Some businesses argue that phasing out free allowances would endanger profits (and jobs). With CBAM in force, and without free allowances, some European exporters fret that they will be forced to charge prices that are higher than world prices, and EU companies will lose competitiveness internationally. One solution could be export subsidies, but these are inefficient too, and would fall foul of WTO rules. Rather than subsidising industry with free allowances, the EU should support it by scaling up its support for green innovation and investment.

Use ETS revenues to support investment in low-carbon innovation
Since its inception, the ETS has worked best at promoting innovations that were close to being profitable rather than encouraging ‘moonshot’ innovations, which require more substantial R&D budgets. For example, carbon prices have helped replace coal power plants with gas and renewables. But it was substantial subsidies for renewable energy that initiated the boom of solar and wind in Europe in the first place. Those subsidised investments brought down the costs of renewable technologies substantially, and made them much more competitive with fossil-based power generation. Carbon prices then did the rest. Learning from this experience, the EU should directly support heavy industry investment in decarbonisation.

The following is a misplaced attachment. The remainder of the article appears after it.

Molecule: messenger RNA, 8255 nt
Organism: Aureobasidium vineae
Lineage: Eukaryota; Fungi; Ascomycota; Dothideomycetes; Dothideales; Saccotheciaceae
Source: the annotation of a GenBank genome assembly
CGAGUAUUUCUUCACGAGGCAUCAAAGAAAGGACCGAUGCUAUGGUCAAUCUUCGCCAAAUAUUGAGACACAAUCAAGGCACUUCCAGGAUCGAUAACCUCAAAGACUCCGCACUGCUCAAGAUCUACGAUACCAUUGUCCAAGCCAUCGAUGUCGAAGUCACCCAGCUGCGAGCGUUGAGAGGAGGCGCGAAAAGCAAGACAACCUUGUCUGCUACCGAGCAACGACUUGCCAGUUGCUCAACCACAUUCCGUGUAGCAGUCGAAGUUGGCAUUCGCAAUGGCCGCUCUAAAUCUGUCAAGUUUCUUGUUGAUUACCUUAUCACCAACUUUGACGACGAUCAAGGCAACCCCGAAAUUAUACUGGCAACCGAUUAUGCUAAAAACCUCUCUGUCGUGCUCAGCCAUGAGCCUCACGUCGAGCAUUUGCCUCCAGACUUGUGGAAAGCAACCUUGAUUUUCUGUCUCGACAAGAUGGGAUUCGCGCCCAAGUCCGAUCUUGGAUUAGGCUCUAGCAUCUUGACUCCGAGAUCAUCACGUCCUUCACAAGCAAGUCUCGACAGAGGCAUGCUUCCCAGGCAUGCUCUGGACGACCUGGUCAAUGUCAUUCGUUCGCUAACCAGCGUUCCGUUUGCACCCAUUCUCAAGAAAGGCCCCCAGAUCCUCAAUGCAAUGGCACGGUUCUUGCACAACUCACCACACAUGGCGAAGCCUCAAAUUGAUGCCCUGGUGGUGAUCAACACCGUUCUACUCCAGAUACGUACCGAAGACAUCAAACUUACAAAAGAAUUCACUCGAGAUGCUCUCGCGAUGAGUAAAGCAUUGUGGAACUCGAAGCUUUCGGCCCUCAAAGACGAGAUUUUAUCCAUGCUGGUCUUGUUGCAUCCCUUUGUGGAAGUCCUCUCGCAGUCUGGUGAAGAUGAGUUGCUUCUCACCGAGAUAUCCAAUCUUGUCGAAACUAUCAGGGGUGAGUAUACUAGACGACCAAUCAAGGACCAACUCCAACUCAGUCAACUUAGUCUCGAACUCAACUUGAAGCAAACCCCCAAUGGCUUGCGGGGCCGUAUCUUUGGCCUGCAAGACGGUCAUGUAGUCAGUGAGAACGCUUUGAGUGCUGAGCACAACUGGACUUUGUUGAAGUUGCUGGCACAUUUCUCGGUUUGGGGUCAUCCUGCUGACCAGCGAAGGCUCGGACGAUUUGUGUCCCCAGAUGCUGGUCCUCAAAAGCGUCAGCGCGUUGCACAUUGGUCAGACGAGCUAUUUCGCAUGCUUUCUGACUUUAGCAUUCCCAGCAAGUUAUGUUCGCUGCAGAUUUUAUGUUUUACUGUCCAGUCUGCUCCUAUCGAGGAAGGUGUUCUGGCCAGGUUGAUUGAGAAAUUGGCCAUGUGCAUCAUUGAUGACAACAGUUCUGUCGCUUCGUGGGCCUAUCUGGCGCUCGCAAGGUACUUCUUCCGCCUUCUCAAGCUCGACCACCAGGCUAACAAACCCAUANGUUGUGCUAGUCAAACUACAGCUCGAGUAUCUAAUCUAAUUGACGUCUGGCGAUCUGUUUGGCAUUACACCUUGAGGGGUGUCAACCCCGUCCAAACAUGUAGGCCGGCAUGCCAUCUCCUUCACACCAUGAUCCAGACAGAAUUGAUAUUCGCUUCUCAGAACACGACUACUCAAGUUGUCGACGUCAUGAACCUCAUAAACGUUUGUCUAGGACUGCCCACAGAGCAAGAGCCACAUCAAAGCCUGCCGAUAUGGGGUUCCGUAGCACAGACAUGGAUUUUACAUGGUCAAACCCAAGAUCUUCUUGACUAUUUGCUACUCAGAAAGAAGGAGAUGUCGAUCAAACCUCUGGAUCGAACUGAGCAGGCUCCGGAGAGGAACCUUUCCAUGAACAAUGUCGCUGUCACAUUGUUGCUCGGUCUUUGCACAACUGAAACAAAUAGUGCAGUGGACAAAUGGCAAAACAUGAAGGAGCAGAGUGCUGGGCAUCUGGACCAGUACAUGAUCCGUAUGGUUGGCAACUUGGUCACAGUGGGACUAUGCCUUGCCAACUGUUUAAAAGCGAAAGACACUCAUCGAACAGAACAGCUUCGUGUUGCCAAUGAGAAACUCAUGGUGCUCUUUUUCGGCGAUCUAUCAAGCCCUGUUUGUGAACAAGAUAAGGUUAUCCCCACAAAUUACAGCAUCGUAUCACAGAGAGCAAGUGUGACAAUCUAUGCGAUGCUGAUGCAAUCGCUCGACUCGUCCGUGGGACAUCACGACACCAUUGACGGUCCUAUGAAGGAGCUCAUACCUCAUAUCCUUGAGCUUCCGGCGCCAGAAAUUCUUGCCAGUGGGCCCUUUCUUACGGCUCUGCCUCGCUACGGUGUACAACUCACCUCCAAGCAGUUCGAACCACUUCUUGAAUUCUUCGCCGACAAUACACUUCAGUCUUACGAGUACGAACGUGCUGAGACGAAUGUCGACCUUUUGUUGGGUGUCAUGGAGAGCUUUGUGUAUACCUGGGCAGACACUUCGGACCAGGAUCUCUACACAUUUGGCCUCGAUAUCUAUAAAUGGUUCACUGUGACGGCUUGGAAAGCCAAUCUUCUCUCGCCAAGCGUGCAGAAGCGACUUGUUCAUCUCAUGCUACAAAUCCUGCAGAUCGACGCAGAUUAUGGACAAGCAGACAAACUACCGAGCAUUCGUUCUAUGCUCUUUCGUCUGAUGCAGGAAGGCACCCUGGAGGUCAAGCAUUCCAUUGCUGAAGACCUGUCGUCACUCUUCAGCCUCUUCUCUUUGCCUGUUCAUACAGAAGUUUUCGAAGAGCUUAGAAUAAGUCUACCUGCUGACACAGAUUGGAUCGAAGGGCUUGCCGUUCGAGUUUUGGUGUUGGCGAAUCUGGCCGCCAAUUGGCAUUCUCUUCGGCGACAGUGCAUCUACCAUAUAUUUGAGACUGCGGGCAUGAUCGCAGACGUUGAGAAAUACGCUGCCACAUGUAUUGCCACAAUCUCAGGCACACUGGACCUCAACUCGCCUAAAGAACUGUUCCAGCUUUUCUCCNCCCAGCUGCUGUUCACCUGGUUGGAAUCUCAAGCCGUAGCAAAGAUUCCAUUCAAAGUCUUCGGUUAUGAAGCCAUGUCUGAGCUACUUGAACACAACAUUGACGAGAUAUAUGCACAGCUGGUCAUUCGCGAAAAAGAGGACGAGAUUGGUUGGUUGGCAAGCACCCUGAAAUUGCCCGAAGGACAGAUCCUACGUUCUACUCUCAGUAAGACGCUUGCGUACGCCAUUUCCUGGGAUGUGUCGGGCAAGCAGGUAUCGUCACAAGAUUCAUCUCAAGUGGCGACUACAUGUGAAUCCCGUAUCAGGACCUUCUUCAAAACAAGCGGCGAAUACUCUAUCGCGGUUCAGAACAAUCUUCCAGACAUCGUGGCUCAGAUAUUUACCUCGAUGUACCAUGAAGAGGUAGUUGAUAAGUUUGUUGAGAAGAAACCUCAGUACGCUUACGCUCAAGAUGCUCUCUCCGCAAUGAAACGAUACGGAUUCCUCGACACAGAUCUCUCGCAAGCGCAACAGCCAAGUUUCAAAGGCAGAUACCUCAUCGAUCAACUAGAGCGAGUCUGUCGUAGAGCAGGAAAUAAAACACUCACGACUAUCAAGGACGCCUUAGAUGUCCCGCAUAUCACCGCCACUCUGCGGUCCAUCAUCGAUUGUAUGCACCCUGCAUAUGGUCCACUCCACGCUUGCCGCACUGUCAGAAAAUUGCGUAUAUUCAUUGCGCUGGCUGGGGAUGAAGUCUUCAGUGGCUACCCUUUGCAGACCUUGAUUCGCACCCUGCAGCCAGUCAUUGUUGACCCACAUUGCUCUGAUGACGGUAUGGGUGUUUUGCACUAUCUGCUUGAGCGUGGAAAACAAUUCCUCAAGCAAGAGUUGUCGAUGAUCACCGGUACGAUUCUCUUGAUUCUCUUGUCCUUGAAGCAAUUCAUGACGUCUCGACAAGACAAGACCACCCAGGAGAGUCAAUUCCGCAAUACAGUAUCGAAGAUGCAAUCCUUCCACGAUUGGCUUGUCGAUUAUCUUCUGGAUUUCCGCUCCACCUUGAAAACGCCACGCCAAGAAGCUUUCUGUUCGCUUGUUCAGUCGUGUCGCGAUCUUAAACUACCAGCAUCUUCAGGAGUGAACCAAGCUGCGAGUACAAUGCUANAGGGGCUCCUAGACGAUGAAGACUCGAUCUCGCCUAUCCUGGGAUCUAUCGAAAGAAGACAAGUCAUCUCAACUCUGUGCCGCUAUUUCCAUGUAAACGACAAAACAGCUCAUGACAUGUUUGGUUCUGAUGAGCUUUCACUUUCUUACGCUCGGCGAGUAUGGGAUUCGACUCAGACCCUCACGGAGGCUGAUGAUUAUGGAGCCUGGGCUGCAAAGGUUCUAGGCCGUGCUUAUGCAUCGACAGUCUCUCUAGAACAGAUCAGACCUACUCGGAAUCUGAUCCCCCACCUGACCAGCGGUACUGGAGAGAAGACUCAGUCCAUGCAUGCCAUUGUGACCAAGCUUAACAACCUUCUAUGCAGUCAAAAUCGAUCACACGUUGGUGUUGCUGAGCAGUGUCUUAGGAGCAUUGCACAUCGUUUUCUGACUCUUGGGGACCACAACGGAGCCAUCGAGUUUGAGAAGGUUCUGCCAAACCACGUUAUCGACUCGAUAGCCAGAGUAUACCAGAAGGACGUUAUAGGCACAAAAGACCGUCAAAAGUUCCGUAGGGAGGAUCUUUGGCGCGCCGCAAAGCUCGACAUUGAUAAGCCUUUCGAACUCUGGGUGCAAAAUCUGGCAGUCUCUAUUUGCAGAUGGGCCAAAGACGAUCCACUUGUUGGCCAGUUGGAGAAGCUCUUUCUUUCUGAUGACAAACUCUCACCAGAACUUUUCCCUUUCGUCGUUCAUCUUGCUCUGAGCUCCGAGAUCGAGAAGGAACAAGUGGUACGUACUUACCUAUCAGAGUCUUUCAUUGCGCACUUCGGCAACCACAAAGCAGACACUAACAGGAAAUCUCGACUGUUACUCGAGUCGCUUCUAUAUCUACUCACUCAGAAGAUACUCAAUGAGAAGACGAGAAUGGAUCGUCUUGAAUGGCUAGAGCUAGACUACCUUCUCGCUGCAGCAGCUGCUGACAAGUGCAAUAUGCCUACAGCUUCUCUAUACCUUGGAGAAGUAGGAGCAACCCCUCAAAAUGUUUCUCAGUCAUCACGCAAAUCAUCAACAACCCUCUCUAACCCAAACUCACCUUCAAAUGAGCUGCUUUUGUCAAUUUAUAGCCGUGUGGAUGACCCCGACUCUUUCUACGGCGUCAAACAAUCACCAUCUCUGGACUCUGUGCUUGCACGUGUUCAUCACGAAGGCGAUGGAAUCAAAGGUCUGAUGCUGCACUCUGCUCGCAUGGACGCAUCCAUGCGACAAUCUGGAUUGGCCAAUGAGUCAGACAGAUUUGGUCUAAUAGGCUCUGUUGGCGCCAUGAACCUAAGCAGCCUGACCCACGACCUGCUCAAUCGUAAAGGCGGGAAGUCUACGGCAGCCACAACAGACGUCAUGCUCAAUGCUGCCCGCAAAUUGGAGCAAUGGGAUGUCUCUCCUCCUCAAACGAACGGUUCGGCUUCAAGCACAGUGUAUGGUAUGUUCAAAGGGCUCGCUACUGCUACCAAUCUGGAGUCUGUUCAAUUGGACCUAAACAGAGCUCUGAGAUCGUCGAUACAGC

Increasing public investment for R&D and for commercial deployment of low-carbon industrial technologies would amount to transferring some of the risks and costs of innovation investment from industry to taxpayers. The rationale for this type of intervention is similar to that of public support for vaccine development: the benefits of those inventions do not all accrue to the innovators but to society more broadly, and as a result, the private sector may not invest enough in innovation without public money. 

The EU directly supports investment in industrial decarbonisation with the Innovation Fund, introduced in 2020 and funded through ETS revenues. The Innovation Fund will absorb ETS revenues from the auction of 450 million allowances between 2020 and 2030 (valued at over €40 billion at the current carbon market price). The Fit for 55 package aims to increase this by another 200 million allowances (50 million from the current ETS, and 150 from the proposed new ETS covering buildings and road transport). Demand for innovation funds is high: the first round of proposals bidding for Innovation Fund cash far exceeded the amount of money on offer. While the value of the fund will increase as carbon prices grow, more investment support to speed up the transition of heavy industry is needed. The EU proposal to devote the entirety of the ETS revenues that member-states receive to climate investment goes in the right direction – but more of that should go towards innovation.